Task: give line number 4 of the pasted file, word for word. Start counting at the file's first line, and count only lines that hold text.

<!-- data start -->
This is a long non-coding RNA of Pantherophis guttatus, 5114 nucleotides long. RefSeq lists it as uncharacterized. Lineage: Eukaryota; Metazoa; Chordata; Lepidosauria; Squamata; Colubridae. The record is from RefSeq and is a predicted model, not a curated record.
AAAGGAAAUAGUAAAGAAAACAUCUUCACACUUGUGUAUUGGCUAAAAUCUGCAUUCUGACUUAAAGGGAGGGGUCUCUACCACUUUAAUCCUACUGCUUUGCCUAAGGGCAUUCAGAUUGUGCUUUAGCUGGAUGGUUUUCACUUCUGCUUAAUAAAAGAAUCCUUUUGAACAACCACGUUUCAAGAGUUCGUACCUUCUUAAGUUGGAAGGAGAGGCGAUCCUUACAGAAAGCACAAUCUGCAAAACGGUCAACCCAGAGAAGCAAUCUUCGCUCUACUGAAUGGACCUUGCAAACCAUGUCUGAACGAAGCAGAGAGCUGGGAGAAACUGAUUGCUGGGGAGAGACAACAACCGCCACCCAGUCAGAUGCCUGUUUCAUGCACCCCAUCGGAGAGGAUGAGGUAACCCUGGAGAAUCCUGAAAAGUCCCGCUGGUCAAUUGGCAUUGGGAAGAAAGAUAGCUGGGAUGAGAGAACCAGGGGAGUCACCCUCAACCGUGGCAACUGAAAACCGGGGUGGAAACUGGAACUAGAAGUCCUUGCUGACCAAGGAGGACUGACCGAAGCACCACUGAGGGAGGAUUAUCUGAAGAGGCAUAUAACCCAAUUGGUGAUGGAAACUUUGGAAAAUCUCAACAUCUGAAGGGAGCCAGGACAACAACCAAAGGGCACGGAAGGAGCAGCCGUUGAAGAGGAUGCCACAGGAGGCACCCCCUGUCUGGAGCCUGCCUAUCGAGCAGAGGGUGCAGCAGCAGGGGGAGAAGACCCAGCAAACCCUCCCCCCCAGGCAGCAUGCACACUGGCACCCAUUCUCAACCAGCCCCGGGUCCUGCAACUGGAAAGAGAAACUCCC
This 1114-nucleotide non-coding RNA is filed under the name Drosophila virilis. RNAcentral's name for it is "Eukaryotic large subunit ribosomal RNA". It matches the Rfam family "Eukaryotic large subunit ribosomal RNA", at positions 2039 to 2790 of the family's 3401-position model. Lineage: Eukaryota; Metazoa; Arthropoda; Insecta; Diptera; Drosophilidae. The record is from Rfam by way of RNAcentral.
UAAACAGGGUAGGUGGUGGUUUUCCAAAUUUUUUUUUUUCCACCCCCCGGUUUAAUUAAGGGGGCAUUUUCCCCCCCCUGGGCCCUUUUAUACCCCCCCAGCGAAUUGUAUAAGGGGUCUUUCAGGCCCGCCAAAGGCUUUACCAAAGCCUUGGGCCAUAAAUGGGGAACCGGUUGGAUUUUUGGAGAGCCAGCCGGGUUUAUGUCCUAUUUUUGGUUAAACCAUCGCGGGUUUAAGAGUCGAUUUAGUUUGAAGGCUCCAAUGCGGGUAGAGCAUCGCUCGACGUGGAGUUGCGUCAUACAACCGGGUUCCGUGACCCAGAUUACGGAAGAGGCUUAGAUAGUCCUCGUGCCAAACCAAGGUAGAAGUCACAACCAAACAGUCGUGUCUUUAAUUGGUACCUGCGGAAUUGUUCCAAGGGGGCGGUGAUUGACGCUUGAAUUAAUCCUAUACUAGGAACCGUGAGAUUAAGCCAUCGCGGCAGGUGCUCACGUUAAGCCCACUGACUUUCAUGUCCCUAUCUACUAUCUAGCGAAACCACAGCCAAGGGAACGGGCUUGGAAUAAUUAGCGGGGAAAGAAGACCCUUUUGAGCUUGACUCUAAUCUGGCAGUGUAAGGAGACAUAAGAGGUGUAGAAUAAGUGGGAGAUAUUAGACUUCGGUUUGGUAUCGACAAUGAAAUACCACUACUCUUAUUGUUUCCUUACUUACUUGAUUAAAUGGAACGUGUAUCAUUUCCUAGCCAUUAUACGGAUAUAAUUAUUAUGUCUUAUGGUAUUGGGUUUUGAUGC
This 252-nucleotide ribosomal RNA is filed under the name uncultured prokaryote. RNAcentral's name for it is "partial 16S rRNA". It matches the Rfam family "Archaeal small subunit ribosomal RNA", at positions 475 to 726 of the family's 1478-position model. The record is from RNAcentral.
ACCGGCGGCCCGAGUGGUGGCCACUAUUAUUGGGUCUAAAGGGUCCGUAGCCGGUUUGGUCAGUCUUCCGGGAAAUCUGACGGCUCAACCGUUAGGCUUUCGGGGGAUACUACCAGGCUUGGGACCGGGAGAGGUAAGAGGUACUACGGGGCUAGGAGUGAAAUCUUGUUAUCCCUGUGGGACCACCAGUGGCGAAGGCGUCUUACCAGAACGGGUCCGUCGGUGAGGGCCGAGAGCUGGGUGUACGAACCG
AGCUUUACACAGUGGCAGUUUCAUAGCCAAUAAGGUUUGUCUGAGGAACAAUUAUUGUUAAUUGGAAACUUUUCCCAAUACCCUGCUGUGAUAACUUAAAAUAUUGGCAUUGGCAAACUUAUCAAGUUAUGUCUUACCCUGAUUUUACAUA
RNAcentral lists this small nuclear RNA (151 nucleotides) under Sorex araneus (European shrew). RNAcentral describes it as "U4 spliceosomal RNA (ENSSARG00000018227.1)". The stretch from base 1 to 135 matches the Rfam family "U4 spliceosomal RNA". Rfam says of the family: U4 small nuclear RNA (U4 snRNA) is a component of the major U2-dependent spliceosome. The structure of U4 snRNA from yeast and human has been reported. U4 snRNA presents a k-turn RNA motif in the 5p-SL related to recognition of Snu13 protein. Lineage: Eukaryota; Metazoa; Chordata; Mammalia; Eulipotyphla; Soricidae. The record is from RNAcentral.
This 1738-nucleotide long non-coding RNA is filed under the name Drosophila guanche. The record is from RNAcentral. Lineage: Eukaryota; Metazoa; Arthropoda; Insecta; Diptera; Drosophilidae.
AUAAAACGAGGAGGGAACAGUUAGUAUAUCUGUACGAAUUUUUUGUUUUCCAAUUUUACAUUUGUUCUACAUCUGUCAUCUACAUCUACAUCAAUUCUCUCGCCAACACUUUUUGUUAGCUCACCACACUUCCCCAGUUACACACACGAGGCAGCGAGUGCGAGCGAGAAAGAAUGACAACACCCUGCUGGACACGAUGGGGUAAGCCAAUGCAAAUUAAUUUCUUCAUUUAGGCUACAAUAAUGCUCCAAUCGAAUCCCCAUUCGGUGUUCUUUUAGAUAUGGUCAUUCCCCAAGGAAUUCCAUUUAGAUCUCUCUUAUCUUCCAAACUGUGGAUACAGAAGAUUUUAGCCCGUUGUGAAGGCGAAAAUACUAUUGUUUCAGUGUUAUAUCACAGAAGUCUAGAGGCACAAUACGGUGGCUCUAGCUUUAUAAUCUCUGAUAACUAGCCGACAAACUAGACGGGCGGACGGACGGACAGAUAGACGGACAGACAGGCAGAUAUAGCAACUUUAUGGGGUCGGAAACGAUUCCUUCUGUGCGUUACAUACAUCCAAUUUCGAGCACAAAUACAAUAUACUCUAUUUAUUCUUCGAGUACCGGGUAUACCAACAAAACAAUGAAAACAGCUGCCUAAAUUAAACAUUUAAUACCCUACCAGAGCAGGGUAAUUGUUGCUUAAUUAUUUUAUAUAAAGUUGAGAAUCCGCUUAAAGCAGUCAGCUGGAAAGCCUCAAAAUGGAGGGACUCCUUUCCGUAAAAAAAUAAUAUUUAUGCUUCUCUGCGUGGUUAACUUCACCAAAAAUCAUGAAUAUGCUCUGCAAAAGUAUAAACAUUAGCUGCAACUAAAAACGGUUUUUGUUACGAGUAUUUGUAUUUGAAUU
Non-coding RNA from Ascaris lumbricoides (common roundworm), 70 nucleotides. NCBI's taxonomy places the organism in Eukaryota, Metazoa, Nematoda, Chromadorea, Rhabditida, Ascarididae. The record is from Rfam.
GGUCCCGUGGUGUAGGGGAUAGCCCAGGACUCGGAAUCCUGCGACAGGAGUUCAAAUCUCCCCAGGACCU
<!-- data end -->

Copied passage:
UAAACAGGGUAGGUGGUGGUUUUCCAAAUUUUUUUUUUUCCACCCCCCGGUUUAAUUAAGGGGGCAUUUUCCCCCCCCUGGGCCCUUUUAUACCCCCCCAGCGAAUUGUAUAAGGGGUCUUUCAGGCCCGCCAAAGGCUUUACCAAAGCCUUGGGCCAUAAAUGGGGAACCGGUUGGAUUUUUGGAGAGCCAGCCGGGUUUAUGUCCUAUUUUUGGUUAAACCAUCGCGGGUUUAAGAGUCGAUUUAGUUUGAAGGCUCCAAUGCGGGUAGAGCAUCGCUCGACGUGGAGUUGCGUCAUACAACCGGGUUCCGUGACCCAGAUUACGGAAGAGGCUUAGAUAGUCCUCGUGCCAAACCAAGGUAGAAGUCACAACCAAACAGUCGUGUCUUUAAUUGGUACCUGCGGAAUUGUUCCAAGGGGGCGGUGAUUGACGCUUGAAUUAAUCCUAUACUAGGAACCGUGAGAUUAAGCCAUCGCGGCAGGUGCUCACGUUAAGCCCACUGACUUUCAUGUCCCUAUCUACUAUCUAGCGAAACCACAGCCAAGGGAACGGGCUUGGAAUAAUUAGCGGGGAAAGAAGACCCUUUUGAGCUUGACUCUAAUCUGGCAGUGUAAGGAGACAUAAGAGGUGUAGAAUAAGUGGGAGAUAUUAGACUUCGGUUUGGUAUCGACAAUGAAAUACCACUACUCUUAUUGUUUCCUUACUUACUUGAUUAAAUGGAACGUGUAUCAUUUCCUAGCCAUUAUACGGAUAUAAUUAUUAUGUCUUAUGGUAUUGGGUUUUGAUGC